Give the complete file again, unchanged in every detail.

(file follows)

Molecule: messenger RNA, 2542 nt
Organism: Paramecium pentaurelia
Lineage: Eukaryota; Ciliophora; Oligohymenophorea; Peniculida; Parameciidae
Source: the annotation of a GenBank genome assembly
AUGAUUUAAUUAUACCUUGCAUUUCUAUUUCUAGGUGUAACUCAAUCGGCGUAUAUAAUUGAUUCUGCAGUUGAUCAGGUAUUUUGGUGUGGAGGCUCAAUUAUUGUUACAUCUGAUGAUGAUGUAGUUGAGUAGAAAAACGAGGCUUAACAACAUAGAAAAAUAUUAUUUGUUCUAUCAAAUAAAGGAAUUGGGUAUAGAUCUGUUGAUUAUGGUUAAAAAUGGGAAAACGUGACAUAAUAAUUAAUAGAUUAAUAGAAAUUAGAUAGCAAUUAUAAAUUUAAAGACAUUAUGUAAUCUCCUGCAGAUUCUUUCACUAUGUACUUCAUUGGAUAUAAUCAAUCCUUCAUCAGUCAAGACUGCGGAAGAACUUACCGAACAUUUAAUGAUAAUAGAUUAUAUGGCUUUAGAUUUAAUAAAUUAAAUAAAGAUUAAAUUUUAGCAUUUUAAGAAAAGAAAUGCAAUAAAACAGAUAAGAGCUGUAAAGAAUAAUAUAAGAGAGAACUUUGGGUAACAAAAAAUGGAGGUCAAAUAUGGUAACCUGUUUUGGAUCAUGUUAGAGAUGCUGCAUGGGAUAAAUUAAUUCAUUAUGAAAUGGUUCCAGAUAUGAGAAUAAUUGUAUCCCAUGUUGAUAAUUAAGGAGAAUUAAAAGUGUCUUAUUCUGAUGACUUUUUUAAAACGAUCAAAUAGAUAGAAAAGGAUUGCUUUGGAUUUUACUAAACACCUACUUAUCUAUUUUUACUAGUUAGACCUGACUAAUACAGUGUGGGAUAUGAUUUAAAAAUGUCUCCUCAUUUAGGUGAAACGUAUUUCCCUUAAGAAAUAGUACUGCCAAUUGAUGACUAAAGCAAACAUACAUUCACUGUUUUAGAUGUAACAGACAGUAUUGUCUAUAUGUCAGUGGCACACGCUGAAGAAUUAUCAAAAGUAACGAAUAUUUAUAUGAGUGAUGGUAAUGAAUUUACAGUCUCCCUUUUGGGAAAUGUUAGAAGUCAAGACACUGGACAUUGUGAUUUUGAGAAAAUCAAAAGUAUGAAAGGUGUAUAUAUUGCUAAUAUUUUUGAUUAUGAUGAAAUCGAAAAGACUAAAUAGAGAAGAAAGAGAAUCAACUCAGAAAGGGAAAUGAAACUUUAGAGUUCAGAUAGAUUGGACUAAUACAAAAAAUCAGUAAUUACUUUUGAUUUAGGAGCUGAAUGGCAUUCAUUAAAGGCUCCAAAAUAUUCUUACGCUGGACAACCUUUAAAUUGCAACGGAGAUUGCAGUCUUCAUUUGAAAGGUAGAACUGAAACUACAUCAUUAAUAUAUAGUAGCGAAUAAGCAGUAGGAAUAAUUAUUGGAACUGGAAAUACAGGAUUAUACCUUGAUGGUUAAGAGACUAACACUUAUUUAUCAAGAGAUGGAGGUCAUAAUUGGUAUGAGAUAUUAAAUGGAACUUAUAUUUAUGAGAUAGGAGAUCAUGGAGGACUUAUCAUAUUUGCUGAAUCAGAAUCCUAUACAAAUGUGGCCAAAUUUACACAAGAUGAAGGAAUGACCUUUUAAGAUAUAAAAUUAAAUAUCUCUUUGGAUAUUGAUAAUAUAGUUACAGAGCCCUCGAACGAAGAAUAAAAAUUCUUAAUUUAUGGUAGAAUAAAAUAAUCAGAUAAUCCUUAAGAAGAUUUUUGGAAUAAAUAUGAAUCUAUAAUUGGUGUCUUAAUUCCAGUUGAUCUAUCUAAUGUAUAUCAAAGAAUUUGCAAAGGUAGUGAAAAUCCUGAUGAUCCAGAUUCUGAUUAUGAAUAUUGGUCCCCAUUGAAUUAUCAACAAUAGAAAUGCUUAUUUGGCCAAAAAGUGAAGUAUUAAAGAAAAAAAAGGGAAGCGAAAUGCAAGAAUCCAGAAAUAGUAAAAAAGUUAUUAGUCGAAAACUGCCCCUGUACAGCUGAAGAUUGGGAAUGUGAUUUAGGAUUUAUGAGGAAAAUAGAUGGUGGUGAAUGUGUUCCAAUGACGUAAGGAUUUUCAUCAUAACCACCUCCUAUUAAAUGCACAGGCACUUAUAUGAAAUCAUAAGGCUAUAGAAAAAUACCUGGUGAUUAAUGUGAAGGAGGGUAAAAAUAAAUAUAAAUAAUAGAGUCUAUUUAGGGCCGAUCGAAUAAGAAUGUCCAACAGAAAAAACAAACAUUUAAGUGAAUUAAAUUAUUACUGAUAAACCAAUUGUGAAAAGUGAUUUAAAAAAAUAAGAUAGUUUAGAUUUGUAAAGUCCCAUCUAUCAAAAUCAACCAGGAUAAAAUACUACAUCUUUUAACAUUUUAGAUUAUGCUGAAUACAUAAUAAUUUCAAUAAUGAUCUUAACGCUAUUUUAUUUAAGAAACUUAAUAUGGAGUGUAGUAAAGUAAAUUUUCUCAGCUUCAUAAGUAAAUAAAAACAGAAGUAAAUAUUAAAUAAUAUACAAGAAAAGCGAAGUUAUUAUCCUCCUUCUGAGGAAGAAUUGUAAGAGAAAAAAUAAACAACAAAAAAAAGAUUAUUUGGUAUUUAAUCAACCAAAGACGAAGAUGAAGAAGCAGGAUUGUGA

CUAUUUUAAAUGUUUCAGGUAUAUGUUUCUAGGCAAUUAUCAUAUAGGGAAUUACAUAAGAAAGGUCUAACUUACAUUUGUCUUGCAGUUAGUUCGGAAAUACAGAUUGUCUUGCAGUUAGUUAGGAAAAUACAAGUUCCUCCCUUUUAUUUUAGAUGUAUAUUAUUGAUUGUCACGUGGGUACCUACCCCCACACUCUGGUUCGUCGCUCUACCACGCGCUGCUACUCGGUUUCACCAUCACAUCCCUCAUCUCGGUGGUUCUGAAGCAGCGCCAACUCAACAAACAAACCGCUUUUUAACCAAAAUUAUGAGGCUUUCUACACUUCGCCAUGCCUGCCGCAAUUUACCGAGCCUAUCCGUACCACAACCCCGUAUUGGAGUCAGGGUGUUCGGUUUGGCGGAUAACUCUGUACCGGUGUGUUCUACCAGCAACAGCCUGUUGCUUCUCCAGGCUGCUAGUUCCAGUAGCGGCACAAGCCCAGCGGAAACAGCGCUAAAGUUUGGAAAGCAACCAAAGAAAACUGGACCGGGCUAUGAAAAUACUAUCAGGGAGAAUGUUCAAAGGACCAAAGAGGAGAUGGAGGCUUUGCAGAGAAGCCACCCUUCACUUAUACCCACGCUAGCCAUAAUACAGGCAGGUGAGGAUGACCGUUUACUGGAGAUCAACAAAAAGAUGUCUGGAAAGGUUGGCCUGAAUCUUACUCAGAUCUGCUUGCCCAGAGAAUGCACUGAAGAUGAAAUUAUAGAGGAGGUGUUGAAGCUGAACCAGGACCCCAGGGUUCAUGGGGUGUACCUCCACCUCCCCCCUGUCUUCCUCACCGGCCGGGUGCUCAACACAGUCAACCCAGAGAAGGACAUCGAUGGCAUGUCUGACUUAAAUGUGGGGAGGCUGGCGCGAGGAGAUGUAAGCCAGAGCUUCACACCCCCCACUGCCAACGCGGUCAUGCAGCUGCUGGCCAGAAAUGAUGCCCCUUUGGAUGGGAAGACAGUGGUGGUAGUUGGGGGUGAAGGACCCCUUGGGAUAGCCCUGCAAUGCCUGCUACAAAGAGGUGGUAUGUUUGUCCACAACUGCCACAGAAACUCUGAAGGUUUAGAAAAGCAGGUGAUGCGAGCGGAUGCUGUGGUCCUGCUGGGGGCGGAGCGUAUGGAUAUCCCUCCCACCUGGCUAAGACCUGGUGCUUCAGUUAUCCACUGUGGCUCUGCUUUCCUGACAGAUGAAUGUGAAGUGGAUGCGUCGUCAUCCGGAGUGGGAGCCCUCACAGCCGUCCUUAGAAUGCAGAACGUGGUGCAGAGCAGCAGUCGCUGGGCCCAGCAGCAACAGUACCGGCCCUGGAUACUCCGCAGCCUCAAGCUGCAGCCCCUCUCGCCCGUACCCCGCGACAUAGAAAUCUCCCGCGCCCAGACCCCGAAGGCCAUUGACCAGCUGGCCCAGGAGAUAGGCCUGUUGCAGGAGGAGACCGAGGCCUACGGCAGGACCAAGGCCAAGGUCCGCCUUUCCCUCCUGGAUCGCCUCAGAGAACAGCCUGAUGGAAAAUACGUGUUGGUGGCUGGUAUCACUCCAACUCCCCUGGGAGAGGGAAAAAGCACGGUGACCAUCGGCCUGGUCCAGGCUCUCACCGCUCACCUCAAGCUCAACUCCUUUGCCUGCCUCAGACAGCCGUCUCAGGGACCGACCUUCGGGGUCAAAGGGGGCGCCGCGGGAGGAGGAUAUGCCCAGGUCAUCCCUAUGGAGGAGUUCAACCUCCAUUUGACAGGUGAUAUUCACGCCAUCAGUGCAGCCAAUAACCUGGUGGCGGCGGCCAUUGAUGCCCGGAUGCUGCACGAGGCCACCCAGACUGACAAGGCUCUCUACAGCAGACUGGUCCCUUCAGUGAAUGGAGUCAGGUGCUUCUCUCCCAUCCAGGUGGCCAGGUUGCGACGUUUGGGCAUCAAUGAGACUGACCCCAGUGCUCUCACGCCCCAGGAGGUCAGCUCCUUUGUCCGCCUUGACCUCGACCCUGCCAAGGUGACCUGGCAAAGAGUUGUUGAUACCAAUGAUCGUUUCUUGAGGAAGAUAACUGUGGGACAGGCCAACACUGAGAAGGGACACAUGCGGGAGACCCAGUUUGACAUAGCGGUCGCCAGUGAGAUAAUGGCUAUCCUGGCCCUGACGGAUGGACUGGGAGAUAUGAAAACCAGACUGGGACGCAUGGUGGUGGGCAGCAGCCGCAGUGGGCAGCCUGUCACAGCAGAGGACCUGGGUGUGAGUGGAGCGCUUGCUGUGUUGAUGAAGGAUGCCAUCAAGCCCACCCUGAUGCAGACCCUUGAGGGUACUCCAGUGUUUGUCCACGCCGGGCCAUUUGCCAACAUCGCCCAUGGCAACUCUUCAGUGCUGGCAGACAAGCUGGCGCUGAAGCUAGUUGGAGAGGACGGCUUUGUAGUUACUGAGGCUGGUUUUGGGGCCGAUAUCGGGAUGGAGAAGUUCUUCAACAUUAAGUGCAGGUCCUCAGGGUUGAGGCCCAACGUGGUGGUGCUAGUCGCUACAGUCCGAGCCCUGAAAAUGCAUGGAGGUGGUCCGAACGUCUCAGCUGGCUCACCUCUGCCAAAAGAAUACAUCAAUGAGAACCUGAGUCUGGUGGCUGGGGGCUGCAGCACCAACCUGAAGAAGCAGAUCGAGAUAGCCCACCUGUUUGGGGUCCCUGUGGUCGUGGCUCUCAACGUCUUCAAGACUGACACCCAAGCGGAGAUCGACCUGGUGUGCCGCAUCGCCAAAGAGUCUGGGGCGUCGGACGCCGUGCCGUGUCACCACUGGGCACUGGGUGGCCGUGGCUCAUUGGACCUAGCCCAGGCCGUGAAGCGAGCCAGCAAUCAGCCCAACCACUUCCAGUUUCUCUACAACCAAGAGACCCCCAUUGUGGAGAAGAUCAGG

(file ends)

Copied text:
Molecule: messenger RNA, 2542 nt
Organism: Paramecium pentaurelia
Lineage: Eukaryota; Ciliophora; Oligohymenophorea; Peniculida; Parameciidae
Source: the annotation of a GenBank genome assembly
AUGAUUUAAUUAUACCUUGCAUUUCUAUUUCUAGGUGUAACUCAAUCGGCGUAUAUAAUUGAUUCUGCAGUUGAUCAGGUAUUUUGGUGUGGAGGCUCAAUUAUUGUUACAUCUGAUGAUGAUGUAGUUGAGUAGAAAAACGAGGCUUAACAACAUAGAAAAAUAUUAUUUGUUCUAUCAAAUAAAGGAAUUGGGUAUAGAUCUGUUGAUUAUGGUUAAAAAUGGGAAAACGUGACAUAAUAAUUAAUAGAUUAAUAGAAAUUAGAUAGCAAUUAUAAAUUUAAAGACAUUAUGUAAUCUCCUGCAGAUUCUUUCACUAUGUACUUCAUUGGAUAUAAUCAAUCCUUCAUCAGUCAAGACUGCGGAAGAACUUACCGAACAUUUAAUGAUAAUAGAUUAUAUGGCUUUAGAUUUAAUAAAUUAAAUAAAGAUUAAAUUUUAGCAUUUUAAGAAAAGAAAUGCAAUAAAACAGAUAAGAGCUGUAAAGAAUAAUAUAAGAGAGAACUUUGGGUAACAAAAAAUGGAGGUCAAAUAUGGUAACCUGUUUUGGAUCAUGUUAGAGAUGCUGCAUGGGAUAAAUUAAUUCAUUAUGAAAUGGUUCCAGAUAUGAGAAUAAUUGUAUCCCAUGUUGAUAAUUAAGGAGAAUUAAAAGUGUCUUAUUCUGAUGACUUUUUUAAAACGAUCAAAUAGAUAGAAAAGGAUUGCUUUGGAUUUUACUAAACACCUACUUAUCUAUUUUUACUAGUUAGACCUGACUAAUACAGUGUGGGAUAUGAUUUAAAAAUGUCUCCUCAUUUAGGUGAAACGUAUUUCCCUUAAGAAAUAGUACUGCCAAUUGAUGACUAAAGCAAACAUACAUUCACUGUUUUAGAUGUAACAGACAGUAUUGUCUAUAUGUCAGUGGCACACGCUGAAGAAUUAUCAAAAGUAACGAAUAUUUAUAUGAGUGAUGGUAAUGAAUUUACAGUCUCCCUUUUGGGAAAUGUUAGAAGUCAAGACACUGGACAUUGUGAUUUUGAGAAAAUCAAAAGUAUGAAAGGUGUAUAUAUUGCUAAUAUUUUUGAUUAUGAUGAAAUCGAAAAGACUAAAUAGAGAAGAAAGAGAAUCAACUCAGAAAGGGAAAUGAAACUUUAGAGUUCAGAUAGAUUGGACUAAUACAAAAAAUCAGUAAUUACUUUUGAUUUAGGAGCUGAAUGGCAUUCAUUAAAGGCUCCAAAAUAUUCUUACGCUGGACAACCUUUAAAUUGCAACGGAGAUUGCAGUCUUCAUUUGAAAGGUAGAACUGAAACUACAUCAUUAAUAUAUAGUAGCGAAUAAGCAGUAGGAAUAAUUAUUGGAACUGGAAAUACAGGAUUAUACCUUGAUGGUUAAGAGACUAACACUUAUUUAUCAAGAGAUGGAGGUCAUAAUUGGUAUGAGAUAUUAAAUGGAACUUAUAUUUAUGAGAUAGGAGAUCAUGGAGGACUUAUCAUAUUUGCUGAAUCAGAAUCCUAUACAAAUGUGGCCAAAUUUACACAAGAUGAAGGAAUGACCUUUUAAGAUAUAAAAUUAAAUAUCUCUUUGGAUAUUGAUAAUAUAGUUACAGAGCCCUCGAACGAAGAAUAAAAAUUCUUAAUUUAUGGUAGAAUAAAAUAAUCAGAUAAUCCUUAAGAAGAUUUUUGGAAUAAAUAUGAAUCUAUAAUUGGUGUCUUAAUUCCAGUUGAUCUAUCUAAUGUAUAUCAAAGAAUUUGCAAAGGUAGUGAAAAUCCUGAUGAUCCAGAUUCUGAUUAUGAAUAUUGGUCCCCAUUGAAUUAUCAACAAUAGAAAUGCUUAUUUGGCCAAAAAGUGAAGUAUUAAAGAAAAAAAAGGGAAGCGAAAUGCAAGAAUCCAGAAAUAGUAAAAAAGUUAUUAGUCGAAAACUGCCCCUGUACAGCUGAAGAUUGGGAAUGUGAUUUAGGAUUUAUGAGGAAAAUAGAUGGUGGUGAAUGUGUUCCAAUGACGUAAGGAUUUUCAUCAUAACCACCUCCUAUUAAAUGCACAGGCACUUAUAUGAAAUCAUAAGGCUAUAGAAAAAUACCUGGUGAUUAAUGUGAAGGAGGGUAAAAAUAAAUAUAAAUAAUAGAGUCUAUUUAGGGCCGAUCGAAUAAGAAUGUCCAACAGAAAAAACAAACAUUUAAGUGAAUUAAAUUAUUACUGAUAAACCAAUUGUGAAAAGUGAUUUAAAAAAAUAAGAUAGUUUAGAUUUGUAAAGUCCCAUCUAUCAAAAUCAACCAGGAUAAAAUACUACAUCUUUUAACAUUUUAGAUUAUGCUGAAUACAUAAUAAUUUCAAUAAUGAUCUUAACGCUAUUUUAUUUAAGAAACUUAAUAUGGAGUGUAGUAAAGUAAAUUUUCUCAGCUUCAUAAGUAAAUAAAAACAGAAGUAAAUAUUAAAUAAUAUACAAGAAAAGCGAAGUUAUUAUCCUCCUUCUGAGGAAGAAUUGUAAGAGAAAAAAUAAACAACAAAAAAAAGAUUAUUUGGUAUUUAAUCAACCAAAGACGAAGAUGAAGAAGCAGGAUUGUGA

CUAUUUUAAAUGUUUCAGGUAUAUGUUUCUAGGCAAUUAUCAUAUAGGGAAUUACAUAAGAAAGGUCUAACUUACAUUUGUCUUGCAGUUAGUUCGGAAAUACAGAUUGUCUUGCAGUUAGUUAGGAAAAUACAAGUUCCUCCCUUUUAUUUUAGAUGUAUAUUAUUGAUUGUCACGUGGGUACCUACCCCCACACUCUGGUUCGUCGCUCUACCACGCGCUGCUACUCGGUUUCACCAUCACAUCCCUCAUCUCGGUGGUUCUGAAGCAGCGCCAACUCAACAAACAAACCGCUUUUUAACCAAAAUUAUGAGGCUUUCUACACUUCGCCAUGCCUGCCGCAAUUUACCGAGCCUAUCCGUACCACAACCCCGUAUUGGAGUCAGGGUGUUCGGUUUGGCGGAUAACUCUGUACCGGUGUGUUCUACCAGCAACAGCCUGUUGCUUCUCCAGGCUGCUAGUUCCAGUAGCGGCACAAGCCCAGCGGAAACAGCGCUAAAGUUUGGAAAGCAACCAAAGAAAACUGGACCGGGCUAUGAAAAUACUAUCAGGGAGAAUGUUCAAAGGACCAAAGAGGAGAUGGAGGCUUUGCAGAGAAGCCACCCUUCACUUAUACCCACGCUAGCCAUAAUACAGGCAGGUGAGGAUGACCGUUUACUGGAGAUCAACAAAAAGAUGUCUGGAAAGGUUGGCCUGAAUCUUACUCAGAUCUGCUUGCCCAGAGAAUGCACUGAAGAUGAAAUUAUAGAGGAGGUGUUGAAGCUGAACCAGGACCCCAGGGUUCAUGGGGUGUACCUCCACCUCCCCCCUGUCUUCCUCACCGGCCGGGUGCUCAACACAGUCAACCCAGAGAAGGACAUCGAUGGCAUGUCUGACUUAAAUGUGGGGAGGCUGGCGCGAGGAGAUGUAAGCCAGAGCUUCACACCCCCCACUGCCAACGCGGUCAUGCAGCUGCUGGCCAGAAAUGAUGCCCCUUUGGAUGGGAAGACAGUGGUGGUAGUUGGGGGUGAAGGACCCCUUGGGAUAGCCCUGCAAUGCCUGCUACAAAGAGGUGGUAUGUUUGUCCACAACUGCCACAGAAACUCUGAAGGUUUAGAAAAGCAGGUGAUGCGAGCGGAUGCUGUGGUCCUGCUGGGGGCGGAGCGUAUGGAUAUCCCUCCCACCUGGCUAAGACCUGGUGCUUCAGUUAUCCACUGUGGCUCUGCUUUCCUGACAGAUGAAUGUGAAGUGGAUGCGUCGUCAUCCGGAGUGGGAGCCCUCACAGCCGUCCUUAGAAUGCAGAACGUGGUGCAGAGCAGCAGUCGCUGGGCCCAGCAGCAACAGUACCGGCCCUGGAUACUCCGCAGCCUCAAGCUGCAGCCCCUCUCGCCCGUACCCCGCGACAUAGAAAUCUCCCGCGCCCAGACCCCGAAGGCCAUUGACCAGCUGGCCCAGGAGAUAGGCCUGUUGCAGGAGGAGACCGAGGCCUACGGCAGGACCAAGGCCAAGGUCCGCCUUUCCCUCCUGGAUCGCCUCAGAGAACAGCCUGAUGGAAAAUACGUGUUGGUGGCUGGUAUCACUCCAACUCCCCUGGGAGAGGGAAAAAGCACGGUGACCAUCGGCCUGGUCCAGGCUCUCACCGCUCACCUCAAGCUCAACUCCUUUGCCUGCCUCAGACAGCCGUCUCAGGGACCGACCUUCGGGGUCAAAGGGGGCGCCGCGGGAGGAGGAUAUGCCCAGGUCAUCCCUAUGGAGGAGUUCAACCUCCAUUUGACAGGUGAUAUUCACGCCAUCAGUGCAGCCAAUAACCUGGUGGCGGCGGCCAUUGAUGCCCGGAUGCUGCACGAGGCCACCCAGACUGACAAGGCUCUCUACAGCAGACUGGUCCCUUCAGUGAAUGGAGUCAGGUGCUUCUCUCCCAUCCAGGUGGCCAGGUUGCGACGUUUGGGCAUCAAUGAGACUGACCCCAGUGCUCUCACGCCCCAGGAGGUCAGCUCCUUUGUCCGCCUUGACCUCGACCCUGCCAAGGUGACCUGGCAAAGAGUUGUUGAUACCAAUGAUCGUUUCUUGAGGAAGAUAACUGUGGGACAGGCCAACACUGAGAAGGGACACAUGCGGGAGACCCAGUUUGACAUAGCGGUCGCCAGUGAGAUAAUGGCUAUCCUGGCCCUGACGGAUGGACUGGGAGAUAUGAAAACCAGACUGGGACGCAUGGUGGUGGGCAGCAGCCGCAGUGGGCAGCCUGUCACAGCAGAGGACCUGGGUGUGAGUGGAGCGCUUGCUGUGUUGAUGAAGGAUGCCAUCAAGCCCACCCUGAUGCAGACCCUUGAGGGUACUCCAGUGUUUGUCCACGCCGGGCCAUUUGCCAACAUCGCCCAUGGCAACUCUUCAGUGCUGGCAGACAAGCUGGCGCUGAAGCUAGUUGGAGAGGACGGCUUUGUAGUUACUGAGGCUGGUUUUGGGGCCGAUAUCGGGAUGGAGAAGUUCUUCAACAUUAAGUGCAGGUCCUCAGGGUUGAGGCCCAACGUGGUGGUGCUAGUCGCUACAGUCCGAGCCCUGAAAAUGCAUGGAGGUGGUCCGAACGUCUCAGCUGGCUCACCUCUGCCAAAAGAAUACAUCAAUGAGAACCUGAGUCUGGUGGCUGGGGGCUGCAGCACCAACCUGAAGAAGCAGAUCGAGAUAGCCCACCUGUUUGGGGUCCCUGUGGUCGUGGCUCUCAACGUCUUCAAGACUGACACCCAAGCGGAGAUCGACCUGGUGUGCCGCAUCGCCAAAGAGUCUGGGGCGUCGGACGCCGUGCCGUGUCACCACUGGGCACUGGGUGGCCGUGGCUCAUUGGACCUAGCCCAGGCCGUGAAGCGAGCCAGCAAUCAGCCCAACCACUUCCAGUUUCUCUACAACCAAGAGACCCCCAUUGUGGAGAAGAUCAGG